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Old 06-25-2011, 09:18 AM
wawaweewa
 
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Quote:
Originally Posted by user_id View Post
Things were no different in the past, banks rarely provide seed capital to businesses. Banks want to deal with secured loans or provide loans to businesses with a history of good cash-flow.

Its a rule that most will fail before they succeed? Its amazing to what degree this urban myth gets repeated.

Anyhow, business isn't for everyone, but not because of some changes that have occurred in the economy. Some people just plain suck at business...and some people will create an endless list of excuses.

Banks rarely provided seed capital to start large operations. That is true. No bank is going to front millions of dollars that a tech start up needs. However, banks did front low to mid 5 figure amounts for mom and pop operations to get started. That is dead now. Why would they do that when they can borrow at ZIRP, stick it into t-bills and get a guaranteed 3%+ (even if it's only 3% percent). The borrowing are much more stringent now because banks know most Americans are broke. The odds are not in their favor to be paid back.Especially in this environment.

Yes, it is generally a rule that in business one will have some failure before success. Just like most other things, being a good businessman comes through trial and error. That takes time and doing things wrong in order to learn. Great business don't come about because they do everything right the first time.

Of course some people suck at business. In fact, a lot of people aren't cut out for it. ON the other hand, all of the successful small- medium businesses I know were either inherited family owned operations or the proprietor is on his 2nd, 3rd, or 4th try. There are so many variables (those which the owner can control and others he can't) in getting a business to succeed that a lot of good businessman fail. Quite often, in fact.

Quote:
This is off point as well, the best time to start a business is during a recession, ideally right before it bottoms. This may seem counter-intuitive, but not if you think in terms of GDP growth and competition. When a recession bottoms many competitors have self-destructed which makes room for new businesses right when the economy starts to grow again. On the other hand in "good times", established businesses are the most powerful and barriers to entry are the highest.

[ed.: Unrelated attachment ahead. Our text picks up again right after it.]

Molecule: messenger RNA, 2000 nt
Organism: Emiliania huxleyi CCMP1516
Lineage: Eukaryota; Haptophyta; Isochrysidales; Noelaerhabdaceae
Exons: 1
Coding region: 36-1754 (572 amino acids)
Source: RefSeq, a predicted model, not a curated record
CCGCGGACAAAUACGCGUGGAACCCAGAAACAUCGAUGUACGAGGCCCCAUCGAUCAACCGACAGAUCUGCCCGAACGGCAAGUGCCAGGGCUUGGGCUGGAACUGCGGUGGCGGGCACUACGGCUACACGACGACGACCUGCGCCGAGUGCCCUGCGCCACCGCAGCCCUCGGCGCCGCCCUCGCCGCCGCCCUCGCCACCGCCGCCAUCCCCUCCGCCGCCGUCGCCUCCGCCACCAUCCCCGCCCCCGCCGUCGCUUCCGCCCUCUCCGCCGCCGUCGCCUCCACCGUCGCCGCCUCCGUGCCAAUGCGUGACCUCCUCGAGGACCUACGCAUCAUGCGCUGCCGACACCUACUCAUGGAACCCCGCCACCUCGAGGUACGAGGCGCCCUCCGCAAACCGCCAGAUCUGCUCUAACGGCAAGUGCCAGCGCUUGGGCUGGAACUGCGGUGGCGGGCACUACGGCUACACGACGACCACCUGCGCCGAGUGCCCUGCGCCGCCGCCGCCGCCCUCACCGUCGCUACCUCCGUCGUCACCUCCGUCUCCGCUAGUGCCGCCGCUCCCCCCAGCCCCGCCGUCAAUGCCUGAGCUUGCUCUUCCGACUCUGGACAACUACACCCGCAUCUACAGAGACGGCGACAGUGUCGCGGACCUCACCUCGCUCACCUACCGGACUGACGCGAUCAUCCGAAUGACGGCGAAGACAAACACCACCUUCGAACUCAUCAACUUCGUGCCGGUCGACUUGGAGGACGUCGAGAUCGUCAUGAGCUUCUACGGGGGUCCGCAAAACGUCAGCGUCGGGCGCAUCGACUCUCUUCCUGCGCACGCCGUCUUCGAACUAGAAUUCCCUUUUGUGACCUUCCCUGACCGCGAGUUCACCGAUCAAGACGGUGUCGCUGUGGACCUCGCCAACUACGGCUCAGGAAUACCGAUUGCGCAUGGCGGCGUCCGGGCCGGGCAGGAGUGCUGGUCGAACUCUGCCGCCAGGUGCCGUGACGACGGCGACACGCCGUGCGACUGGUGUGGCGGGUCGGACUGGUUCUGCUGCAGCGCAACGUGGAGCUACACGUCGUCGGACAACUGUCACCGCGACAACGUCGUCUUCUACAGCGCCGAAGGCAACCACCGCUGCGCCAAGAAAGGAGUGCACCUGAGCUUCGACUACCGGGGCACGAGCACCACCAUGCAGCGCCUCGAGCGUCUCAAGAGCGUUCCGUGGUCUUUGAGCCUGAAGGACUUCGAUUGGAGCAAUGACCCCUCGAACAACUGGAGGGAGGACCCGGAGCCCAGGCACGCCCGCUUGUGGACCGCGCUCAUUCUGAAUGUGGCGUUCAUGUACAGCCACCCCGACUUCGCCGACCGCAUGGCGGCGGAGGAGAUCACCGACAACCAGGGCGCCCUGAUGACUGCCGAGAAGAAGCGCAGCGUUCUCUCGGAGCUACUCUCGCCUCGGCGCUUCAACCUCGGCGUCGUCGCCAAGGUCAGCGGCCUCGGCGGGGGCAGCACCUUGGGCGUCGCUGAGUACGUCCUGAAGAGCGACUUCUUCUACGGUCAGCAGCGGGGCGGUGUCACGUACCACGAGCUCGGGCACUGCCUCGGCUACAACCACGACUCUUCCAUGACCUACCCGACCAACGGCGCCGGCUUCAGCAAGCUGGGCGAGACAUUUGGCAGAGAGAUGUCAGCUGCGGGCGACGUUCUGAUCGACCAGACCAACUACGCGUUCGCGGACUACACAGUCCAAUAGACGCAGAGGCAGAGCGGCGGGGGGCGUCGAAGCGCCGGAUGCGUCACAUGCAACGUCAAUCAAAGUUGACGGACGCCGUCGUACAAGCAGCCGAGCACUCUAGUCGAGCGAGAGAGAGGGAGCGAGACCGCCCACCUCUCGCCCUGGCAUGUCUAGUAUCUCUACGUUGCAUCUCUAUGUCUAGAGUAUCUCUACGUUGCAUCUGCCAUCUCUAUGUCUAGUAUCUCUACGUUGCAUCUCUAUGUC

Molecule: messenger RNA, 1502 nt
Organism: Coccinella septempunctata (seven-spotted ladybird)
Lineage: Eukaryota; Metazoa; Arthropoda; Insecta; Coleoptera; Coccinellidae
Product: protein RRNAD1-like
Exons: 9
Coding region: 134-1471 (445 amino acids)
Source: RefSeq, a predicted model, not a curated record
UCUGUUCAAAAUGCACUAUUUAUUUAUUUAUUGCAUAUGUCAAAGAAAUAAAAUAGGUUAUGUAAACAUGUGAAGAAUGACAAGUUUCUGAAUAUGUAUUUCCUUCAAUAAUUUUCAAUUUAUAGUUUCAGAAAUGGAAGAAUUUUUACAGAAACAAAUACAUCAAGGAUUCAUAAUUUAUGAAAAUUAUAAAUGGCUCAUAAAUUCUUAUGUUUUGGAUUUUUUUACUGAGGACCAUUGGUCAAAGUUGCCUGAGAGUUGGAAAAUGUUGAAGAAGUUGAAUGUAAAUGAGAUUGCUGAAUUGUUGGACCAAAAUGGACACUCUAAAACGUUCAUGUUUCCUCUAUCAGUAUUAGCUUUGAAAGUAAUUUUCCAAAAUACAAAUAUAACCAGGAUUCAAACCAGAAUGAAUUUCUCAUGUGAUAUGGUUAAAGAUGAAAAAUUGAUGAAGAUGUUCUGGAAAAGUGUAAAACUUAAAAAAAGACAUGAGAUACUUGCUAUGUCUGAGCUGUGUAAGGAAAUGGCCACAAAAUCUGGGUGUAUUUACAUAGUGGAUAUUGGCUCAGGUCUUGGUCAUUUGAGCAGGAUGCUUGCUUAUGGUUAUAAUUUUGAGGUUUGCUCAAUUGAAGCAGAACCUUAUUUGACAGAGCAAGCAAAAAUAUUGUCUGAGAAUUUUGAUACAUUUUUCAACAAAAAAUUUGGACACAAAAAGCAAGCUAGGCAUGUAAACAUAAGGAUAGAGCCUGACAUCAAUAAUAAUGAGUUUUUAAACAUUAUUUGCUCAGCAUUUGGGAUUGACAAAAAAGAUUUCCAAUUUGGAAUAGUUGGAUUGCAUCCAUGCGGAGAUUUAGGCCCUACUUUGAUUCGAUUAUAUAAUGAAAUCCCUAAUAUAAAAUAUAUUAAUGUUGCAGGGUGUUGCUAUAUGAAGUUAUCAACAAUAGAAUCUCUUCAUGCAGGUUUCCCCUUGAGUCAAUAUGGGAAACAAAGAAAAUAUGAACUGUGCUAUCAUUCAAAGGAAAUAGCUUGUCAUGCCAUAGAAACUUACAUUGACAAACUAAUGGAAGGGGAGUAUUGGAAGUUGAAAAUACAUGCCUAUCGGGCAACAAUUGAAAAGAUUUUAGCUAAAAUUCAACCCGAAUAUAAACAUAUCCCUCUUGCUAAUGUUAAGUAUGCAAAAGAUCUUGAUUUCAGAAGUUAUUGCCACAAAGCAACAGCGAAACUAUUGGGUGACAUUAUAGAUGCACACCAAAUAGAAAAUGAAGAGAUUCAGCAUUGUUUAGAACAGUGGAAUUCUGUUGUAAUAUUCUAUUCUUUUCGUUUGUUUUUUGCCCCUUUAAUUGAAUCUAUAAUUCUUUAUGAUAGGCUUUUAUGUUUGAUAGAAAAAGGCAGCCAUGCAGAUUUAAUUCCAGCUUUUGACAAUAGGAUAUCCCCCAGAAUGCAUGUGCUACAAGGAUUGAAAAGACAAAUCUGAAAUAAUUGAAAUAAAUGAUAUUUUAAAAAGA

Right now we have a demand side problem. Not a supply side problem. The problem isn't a lack of quality goods or services. It's a lack of consumer demand.

Starting a business right before the bottom is like trying to win the lottery so that's a moot point. If you're off by a few quarters here or there you could be toast. Just good old variance.

Quote:
wawaweewa wrote:

I'm one of those boomers who is inclined to agree with you up to a point. IMO, luck is a realtive term. Compared to more recently born generations, we-the-boomers were relatively lucky, but then we were forced agasint our wills to risk our lives and limbs in the Viet Nam fiasco and have our lives put on hold while mighty big brother drafted us to fight that dirty war. You guys don't have to deal with the draft and you don't have soldierhood forced upon you, so that is somewhat of a trade off. You can still go to war if you choose to do so, but big brother ain't making you do it....at the risk of prison time...should you refuse to toe the line.

Additionally, to a certain degree, luck is a factor that is attracted or repelled in accordance with ones attitude. If you keep lookin for scapegoats and keep playing the blame game, your probablity of attracting good luck is greatly diminished.

You don't think certain sectors of the US are still "forced"?

Yes, I wasn't forced because I grew up in a solid middle class family. Other didn't. Their only choice that provides a high probability to improve their life is the military. It's not very far from being forced.

Do you think most grunts join out of some patriotic duty ( i realize a small percentage do) or because the military provides outs that they otherwise would not have had? Would you tell an amputee that he chose to cut off his limb? It's more a necessity than a choice.

I admit, I was and still am lucky enough that I don't need to make that "choice".

Quote:
As a boomer who was looking for work in the 70's I can tell you that your numbers are off. When we got married in 1972 we were struggling. By 1975 we were bringing in a whopping $7k a year and felt damn lucky to have it. We went through gas shortages that made it difficult to find gas to buy, let alone being able to afford to buy it.

Oh, yeah, I almost forgot, do you know anyone that is waiting for a draft notice to be called to go to war? Didn't think so...
Just because things were better, doesn't mean they were great. I don't deny that there were folks like yourself. Nevertheless, more opportunity (on average) did exist back then.

During college I worked part time at a warehouse. One of my co workers was a Guyanese who came into the US illegally in 77 or 78 (he later received amnesty under Reagan). He used to tell me how his first job, as an illegal, paid $10.50/hour. In 2006, after he was laid off from a warehouse making 33/hour, we were working for $12/hr. $10.50 in '78 or 12 in 2006. Inflation much?
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